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Space Projects / Re: Space-X DRAGON (manned/unmanned) capsule.
« Last post by blackstar on Yesterday at 08:47:53 pm »

EDIT: On another note:

Thanks for both those links. A few random comments:

-Red Dragon was tweeted by Elon Musk in April 2016. The 2018 launch window was always ambitious. Building new, even relatively simple spacecraft takes 3-5 years. Unless they already had a substantial head start on it, the launch date was not just optimistic, but unrealistic.

-I was in a briefing last fall by a SpaceX Red Dragon guy and he was always very careful when discussing the schedule. That briefing convinced me that they were going to miss 2018. My guess is that they knew months before that they were not going to meet the launch window. The fact that they were not showing any hardware photos was also telling.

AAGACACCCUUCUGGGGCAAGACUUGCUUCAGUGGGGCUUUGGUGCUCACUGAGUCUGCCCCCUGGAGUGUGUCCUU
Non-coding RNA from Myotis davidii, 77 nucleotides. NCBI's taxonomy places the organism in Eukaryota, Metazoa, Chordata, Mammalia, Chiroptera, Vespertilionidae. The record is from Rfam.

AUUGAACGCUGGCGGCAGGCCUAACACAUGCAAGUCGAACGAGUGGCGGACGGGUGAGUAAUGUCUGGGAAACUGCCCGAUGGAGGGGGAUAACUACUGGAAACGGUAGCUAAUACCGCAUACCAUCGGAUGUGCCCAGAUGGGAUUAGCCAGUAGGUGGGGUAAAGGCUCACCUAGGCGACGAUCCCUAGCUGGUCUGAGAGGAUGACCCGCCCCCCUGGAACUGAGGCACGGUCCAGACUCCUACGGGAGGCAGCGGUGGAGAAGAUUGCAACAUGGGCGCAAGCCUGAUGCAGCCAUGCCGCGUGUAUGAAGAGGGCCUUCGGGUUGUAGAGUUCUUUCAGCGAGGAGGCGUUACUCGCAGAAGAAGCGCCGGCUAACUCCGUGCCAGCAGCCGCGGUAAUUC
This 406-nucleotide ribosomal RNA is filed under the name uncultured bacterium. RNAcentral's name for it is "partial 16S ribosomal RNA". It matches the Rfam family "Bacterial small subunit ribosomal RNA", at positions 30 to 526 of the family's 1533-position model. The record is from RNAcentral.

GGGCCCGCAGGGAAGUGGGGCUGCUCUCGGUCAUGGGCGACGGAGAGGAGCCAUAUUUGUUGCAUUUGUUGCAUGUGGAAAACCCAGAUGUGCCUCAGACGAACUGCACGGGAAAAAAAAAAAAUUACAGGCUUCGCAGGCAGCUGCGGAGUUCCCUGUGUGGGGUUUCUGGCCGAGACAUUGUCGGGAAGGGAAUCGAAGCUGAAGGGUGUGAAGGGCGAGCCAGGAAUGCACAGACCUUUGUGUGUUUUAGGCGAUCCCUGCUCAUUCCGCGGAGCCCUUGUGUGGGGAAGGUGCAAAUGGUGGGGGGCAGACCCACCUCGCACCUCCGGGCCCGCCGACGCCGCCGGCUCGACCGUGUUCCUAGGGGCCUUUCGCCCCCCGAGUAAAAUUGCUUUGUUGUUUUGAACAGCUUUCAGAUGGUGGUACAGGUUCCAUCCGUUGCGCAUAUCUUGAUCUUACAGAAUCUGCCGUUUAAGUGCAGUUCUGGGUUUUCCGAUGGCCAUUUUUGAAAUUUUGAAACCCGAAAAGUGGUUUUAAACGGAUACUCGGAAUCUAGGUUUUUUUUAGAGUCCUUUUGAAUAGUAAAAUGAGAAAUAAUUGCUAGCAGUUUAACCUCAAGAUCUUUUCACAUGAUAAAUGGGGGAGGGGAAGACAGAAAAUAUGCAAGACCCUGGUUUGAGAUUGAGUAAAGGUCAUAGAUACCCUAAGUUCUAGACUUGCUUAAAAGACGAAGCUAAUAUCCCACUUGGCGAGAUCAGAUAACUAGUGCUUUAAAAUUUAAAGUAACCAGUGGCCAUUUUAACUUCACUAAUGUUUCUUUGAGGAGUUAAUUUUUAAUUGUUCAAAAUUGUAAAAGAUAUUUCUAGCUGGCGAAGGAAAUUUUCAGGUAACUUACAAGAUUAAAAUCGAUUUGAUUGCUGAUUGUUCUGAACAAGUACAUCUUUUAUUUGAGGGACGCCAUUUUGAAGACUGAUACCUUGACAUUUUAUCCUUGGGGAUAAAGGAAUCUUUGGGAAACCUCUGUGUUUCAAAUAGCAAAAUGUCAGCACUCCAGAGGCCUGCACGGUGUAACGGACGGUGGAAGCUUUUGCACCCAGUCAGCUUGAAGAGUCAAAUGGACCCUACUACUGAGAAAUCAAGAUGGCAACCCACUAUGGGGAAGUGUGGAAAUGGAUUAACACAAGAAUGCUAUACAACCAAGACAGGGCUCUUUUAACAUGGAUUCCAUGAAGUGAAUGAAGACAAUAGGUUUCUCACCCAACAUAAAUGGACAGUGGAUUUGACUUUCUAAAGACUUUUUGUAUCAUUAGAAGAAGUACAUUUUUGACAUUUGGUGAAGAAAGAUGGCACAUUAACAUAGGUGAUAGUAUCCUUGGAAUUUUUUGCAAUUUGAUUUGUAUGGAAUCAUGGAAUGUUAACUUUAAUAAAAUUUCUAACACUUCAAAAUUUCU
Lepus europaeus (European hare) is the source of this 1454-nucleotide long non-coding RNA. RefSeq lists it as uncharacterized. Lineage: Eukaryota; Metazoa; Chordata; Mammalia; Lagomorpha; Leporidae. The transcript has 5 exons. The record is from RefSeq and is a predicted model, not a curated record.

-I know NASA Mars engineers who fully expected Red Dragon to fail on its first mission but were still looking forward to the data. I think that the chances of success have now improved because they have more time to catch problems. But the probability of success is still not very high.

-All those comments aside, I still think it is great that they're going to try this. NASA does not have the money to do technology development like this. SpaceX is going to do it on their own dime. That's great. We need more of that.
Postwar Aircraft Projects / Re: Boeing F/A-18E/F Super Hornet upgrades
« Last post by lantinian on Yesterday at 07:41:55 pm »
Guys XT is the NEW Advanced Super Hornet/Block III, different than the 2013 Advanced Super Hornet that focused on stealth